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      Effects of Ionizing Radiation on Progressive Experimental Renal Disease: A Hemodynamic Approach

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          In order to evaluate the progression of renal disease, Munich-Wistar rats were submitted to 5/6 nephrectomy and given whole-body x- or γ-irradiation with or without remnant kidney protection or were submitted only to remnant kidney irradiation. All groups received a single 6-Gy dose immediately after surgery. Whole-kidney function, glomerular hemodynamics, 24-hour proteinuria and histopathology were assessed 60 days after surgery and irradiation. The irradiated nephrectomized animals presented whole-kidney function parameters comparable to those of normal rats. In addition, they were less hypertensive and had higher hematocrit. They showed glomerular hyperfiltration and hypertension even greater than their respective nephrectomized controls. However, the interrelations among the glomerular filtration determinants were somewhat different in irradiated animals. Their 24-hour proteinuria was significantly lower and the sclerosis index and tubulointerstitial injury score were markedly smaller. Among irradiated animals, the worst sclerosis index was observed in those with a shielded remnant kidney and the best in those without protection of the remnant kidney. This led us to speculate about a possible influence of resident mesangial cells on the early events following renal mass ablation and on the maintenance of subsequent physiopathologic changes. Therefore, radiation undoubtedly provoked a beneficial change in the course of renal disease when the renal mass ablation model was employed. Many factors could have contributed to this favorable feature including lower levels of systemic arterial pressure, less increment in ΔP, diminished proteinuria, and maintenance of tubulointerstitial space integrity. Our data also suggest that development of glomerulosclerosis seems to be determined by events occurring immediately after injury.

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          Recent advances in radiation oncology.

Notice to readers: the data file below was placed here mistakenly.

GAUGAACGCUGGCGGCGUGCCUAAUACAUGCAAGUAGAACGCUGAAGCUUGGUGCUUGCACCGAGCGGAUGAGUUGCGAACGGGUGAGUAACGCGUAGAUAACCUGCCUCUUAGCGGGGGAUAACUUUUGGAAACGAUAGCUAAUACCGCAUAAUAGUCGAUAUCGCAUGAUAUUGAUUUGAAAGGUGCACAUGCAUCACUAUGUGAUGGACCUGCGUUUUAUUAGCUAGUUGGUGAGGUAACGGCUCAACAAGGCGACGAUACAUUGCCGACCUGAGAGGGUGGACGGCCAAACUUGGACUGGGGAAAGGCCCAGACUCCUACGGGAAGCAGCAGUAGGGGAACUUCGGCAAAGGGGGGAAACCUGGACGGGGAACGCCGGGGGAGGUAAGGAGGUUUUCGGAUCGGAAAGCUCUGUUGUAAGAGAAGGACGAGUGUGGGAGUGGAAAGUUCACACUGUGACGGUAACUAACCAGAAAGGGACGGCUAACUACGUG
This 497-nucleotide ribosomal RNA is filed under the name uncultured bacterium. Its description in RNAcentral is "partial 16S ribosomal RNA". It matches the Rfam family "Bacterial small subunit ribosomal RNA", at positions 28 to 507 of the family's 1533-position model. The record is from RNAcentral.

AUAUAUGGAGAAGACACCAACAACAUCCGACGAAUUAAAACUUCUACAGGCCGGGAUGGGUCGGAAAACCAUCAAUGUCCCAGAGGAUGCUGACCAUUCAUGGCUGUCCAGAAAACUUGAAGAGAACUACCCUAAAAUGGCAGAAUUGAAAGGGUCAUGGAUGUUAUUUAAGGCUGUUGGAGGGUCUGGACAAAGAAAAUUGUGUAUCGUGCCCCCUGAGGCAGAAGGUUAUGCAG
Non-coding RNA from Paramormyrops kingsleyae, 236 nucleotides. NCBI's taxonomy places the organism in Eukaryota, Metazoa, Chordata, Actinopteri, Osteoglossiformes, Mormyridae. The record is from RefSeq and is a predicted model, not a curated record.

Radiotherapy remains an important component of the management of malignant disease. Especially when combined with cytotoxic chemotherapy, limited surgical excision, or both, irradiation has been shown to control disease in the primary site and regional nodes without the need for surgical extirpation as frequently as in past years. New developments in three-dimensional treatment planning and the precise delivery of high-dose radiation promise to increase the benefit of radiation treatment. Finally, molecular studies of the cell's response to radiation and the phenomena of DNA damage and repair are providing explanations for heretofore unexplained radiobiologic observations. Such research is laying the groundwork for targeted manipulation of the cell's response to radiation, which will be tested in the near future.
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            A comparative study of total body irradiation as a method of inducing granulocyte depletion in mice.

            Since conventional methods of inducing depletion of polymorphonuclear granulocytes (PMNs) in mice, such as treatment with cytostatic drugs and anti-PMN sera, proved to be insufficient to induce a stable PMN depletion for several days, and were accompanied by considerable toxic side effects, we induced neutrophil depletion in mice by total body irradiation (TBI) in a single dose of 6.0 Gy (600 rads.) at a dose rate of 0.20 Gy/min. This treatment reduced the number of PMNs in the peripheral circulation to values below 150/microliter from day 3-10 after irradiation. The number of lymphocytes fell simultaneously. Platelet counts remained above 60% of normal values during the first 7 days after irradiation. Complement levels were not significantly affected by TBI. The results show that TBI of 6.0 Gy induces pronounced and stable PMN depletion in mice for at least 7 days. Furthermore, under an aseptic regimen the mice can be kept in good condition and losses are less than 5%.

              Author and article information

              S. Karger AG
              22 January 2001
              : 87
              : 1
              : 58-65
              Escola Paulista de Medicina, Universidade Federal de São Paulo, SP, Brazil
              45885 Nephron 2001;87:58–65
              © 2001 S. Karger AG, Basel

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              Figures: 1, Tables: 4, References: 37, Pages: 8
              Self URI (application/pdf): https://www.karger.com/Article/Pdf/45885
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